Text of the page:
Volkswagen follows Daimler in opting for CO2 refrigerant


Volkswagen, the world's third largest carmaker, has joined its compatriot Daimler in deciding not to use a new air-conditioning (A/C) refrigerant developed by U.S. firms Honeywell and DuPont in its cars, choosing a CO2-based system instead.

Volkswagen plans to roll out carbon dioxide-based air conditioning systems throughout its entire fleet instead of the Honeywell/DuPont refrigerant called HFO-1234yf, which was created to meet more stringent environmental regulation.

Daimler engineers testing the flammability of HFO-1234yf discovered that it could spark a fire under the hood of the car strong enough to spread throughout the vehicle. In the process, the chemical emits a highly toxic gas when burning.

"Over the course of more than two decades in development, CO2-based automobile air-conditioning systems have experienced a number of performance, cost, safety and environmental issues that have made them a less attractive alternative to automakers globally," Honeywell said in a statement, after Daimler decided on Thursday to develop a new CO2-based A/C system.

The U.S. duo invested heavily in bringing to market the refrigerant, which conforms to a new EU directive. Due to its high price, costing 10 times as much as the current common refrigerant R134a, it's only commercial application is in cars.

Critics of carbon dioxide as a refrigerant argue that it requires a comprehensive and costly redesign of A/C systems, can cause drowsiness among drivers if it leaks into the passenger cabin and may trigger higher indirect carbon emissions since it potentially requires more fuel to operate.

But German firms have made significant investments in CO2 air conditioning systems, and Berlin’s federal environment agency (UBA) last month called on the EU to delay a 1 January 2013 deadline for moving to cleaner coolant systems by three years, if Daimler switched over to a CO2-based system.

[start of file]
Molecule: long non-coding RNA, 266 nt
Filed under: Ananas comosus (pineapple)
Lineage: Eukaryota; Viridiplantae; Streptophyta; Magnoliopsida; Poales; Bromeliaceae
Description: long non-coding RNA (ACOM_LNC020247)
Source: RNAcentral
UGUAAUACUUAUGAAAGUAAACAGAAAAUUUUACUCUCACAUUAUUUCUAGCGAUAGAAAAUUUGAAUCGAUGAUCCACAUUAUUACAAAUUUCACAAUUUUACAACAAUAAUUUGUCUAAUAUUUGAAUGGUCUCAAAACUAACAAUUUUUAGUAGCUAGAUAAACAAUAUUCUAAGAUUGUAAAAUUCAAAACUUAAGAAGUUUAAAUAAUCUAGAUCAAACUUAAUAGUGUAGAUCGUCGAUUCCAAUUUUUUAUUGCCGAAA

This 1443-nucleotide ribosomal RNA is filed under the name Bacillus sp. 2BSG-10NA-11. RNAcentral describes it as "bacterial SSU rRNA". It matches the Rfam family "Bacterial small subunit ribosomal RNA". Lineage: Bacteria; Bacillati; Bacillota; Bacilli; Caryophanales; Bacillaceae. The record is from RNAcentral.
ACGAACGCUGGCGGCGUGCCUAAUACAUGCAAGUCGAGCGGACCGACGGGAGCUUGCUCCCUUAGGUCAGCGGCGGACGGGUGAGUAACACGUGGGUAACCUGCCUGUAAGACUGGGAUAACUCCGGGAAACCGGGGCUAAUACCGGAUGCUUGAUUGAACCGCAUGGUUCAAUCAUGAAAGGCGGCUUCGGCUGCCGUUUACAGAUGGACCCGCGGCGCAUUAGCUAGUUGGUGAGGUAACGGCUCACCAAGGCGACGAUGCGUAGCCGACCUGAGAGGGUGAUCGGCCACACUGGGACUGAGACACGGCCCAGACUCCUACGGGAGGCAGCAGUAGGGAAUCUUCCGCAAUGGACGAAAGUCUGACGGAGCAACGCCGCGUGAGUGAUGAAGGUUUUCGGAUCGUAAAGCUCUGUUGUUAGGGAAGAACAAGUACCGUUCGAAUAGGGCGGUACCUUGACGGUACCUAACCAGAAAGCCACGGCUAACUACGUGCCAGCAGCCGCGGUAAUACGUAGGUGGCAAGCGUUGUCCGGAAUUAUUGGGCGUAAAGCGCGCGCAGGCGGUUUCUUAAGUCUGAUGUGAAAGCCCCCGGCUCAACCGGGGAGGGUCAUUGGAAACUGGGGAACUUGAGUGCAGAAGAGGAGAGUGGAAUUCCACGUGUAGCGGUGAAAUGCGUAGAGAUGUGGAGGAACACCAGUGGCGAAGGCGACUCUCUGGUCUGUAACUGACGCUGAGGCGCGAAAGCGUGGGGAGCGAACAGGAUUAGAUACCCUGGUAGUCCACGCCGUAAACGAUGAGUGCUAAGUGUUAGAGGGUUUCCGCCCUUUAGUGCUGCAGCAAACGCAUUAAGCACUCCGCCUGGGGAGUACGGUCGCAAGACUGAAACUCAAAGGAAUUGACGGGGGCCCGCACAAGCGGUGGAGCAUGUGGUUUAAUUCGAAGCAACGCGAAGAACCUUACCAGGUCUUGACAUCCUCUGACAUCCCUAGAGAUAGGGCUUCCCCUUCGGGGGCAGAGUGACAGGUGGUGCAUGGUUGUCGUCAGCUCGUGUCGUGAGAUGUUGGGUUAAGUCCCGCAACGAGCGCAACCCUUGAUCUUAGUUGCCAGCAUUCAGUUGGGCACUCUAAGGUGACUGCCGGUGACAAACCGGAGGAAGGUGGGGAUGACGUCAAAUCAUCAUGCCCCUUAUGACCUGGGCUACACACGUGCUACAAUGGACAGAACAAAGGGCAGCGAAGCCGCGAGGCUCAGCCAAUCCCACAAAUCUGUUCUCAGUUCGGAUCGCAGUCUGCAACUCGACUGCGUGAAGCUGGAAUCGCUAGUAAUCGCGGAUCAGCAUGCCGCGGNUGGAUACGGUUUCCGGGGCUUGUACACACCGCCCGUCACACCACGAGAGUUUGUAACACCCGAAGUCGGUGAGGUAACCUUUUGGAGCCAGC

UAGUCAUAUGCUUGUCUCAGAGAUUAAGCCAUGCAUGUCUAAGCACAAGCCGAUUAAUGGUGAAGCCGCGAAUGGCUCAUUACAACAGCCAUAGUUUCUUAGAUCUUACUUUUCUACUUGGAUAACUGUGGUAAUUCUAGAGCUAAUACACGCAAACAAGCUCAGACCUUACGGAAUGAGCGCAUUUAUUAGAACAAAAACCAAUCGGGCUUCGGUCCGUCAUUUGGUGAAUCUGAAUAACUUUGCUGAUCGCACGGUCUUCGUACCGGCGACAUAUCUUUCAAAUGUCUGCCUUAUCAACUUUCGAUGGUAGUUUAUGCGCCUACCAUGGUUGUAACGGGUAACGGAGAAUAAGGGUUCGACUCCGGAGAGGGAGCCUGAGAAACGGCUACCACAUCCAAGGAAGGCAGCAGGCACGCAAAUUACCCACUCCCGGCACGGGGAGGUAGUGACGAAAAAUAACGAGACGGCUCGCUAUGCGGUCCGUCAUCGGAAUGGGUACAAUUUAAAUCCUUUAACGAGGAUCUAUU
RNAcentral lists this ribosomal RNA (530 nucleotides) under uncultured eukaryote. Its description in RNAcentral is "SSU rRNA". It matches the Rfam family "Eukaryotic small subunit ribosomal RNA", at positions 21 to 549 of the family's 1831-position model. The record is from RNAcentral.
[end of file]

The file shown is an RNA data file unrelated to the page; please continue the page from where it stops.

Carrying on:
While Daimler sold only about 1.5 million Mercedes and Smart cars last year, VW's decision means Honeywell and DuPont have lost another 9.3 million vehicles worth of business.

A spokesman for Volkswagen declined on Friday to say when exactly Volkswagen would begin to use carbon dioxide in its A/C systems, but ruled out any possibility that it could begin this year.

Volkswagen Chairman Ferdinand Piech had signalled in November that his group – consisting of brands that include Audi, Porsche and Skoda – would not use HFO-1234yf because of its flammability.

Unless greenhouse gas emissions are reduced by 80-95% on 1990 levels by 2050, scientists believe that a catastrophic heating of the planet by over 2°C will be unavoidable this century. The contribution of F-gases - which are non-CO2-based greenhouse gases - to global warming is contested, but tangible. F-gases are mostly found in refrigerant and cooling systems.

The UN's Intergovernmental Panel on Climate Change has estimated the built-up presence of F-gases in the atmosphere at 17% of the total human contribution to climate change. F-gases are covered by the Kyoto Protocol, which commits the EU to reducing its greenhouse gas emissions by 8% between 2008 and 2012.

In 2006, an EU regulation on air-conditioning systems and 'stationary' industrial applications tried to improve the containment of leaks, recovery of used equipment, labelling of products, reporting of emissions data to the EU and phasing out of some F-gases, such as SF6 (magnesium dye-casting). But its implementation was patchy.

A separate 'Mac Directive' in 2006  phased out F-gases with a global warming potential (GWP) of more than 150 for used in 'mobile' car air conditioning systems from 2017. The GWP scale measures greenhouse gas trapped in the atmosphere relative to a unit of carbon dioxide (standardised to 1). The directive also banned HFC-134a, which had a GWP of 1430 and led to an industry-wide shift to a less damaging HFC called HFO-1234yf, with a GWP of 4.

  • 24 April 2013: European Parliament’s environment committee to vote on CO2 in cars proposals
  • May 2013: European Parliament committee vote on CO2 in Vans
  • 2014: Proposed deadline for EU decision on 2025/2030 targets
  • 2015: 130 grams of CO2 per km target to be enforced across Europe
  • 2020: Proposed deadline for 95g/km target for cars
  • 2025: European Commission could impose another milestone on the road to decarbonsiation by 2050
  • 2030: European Commission could impose another milestone on the road to decarbonsiation by 2050

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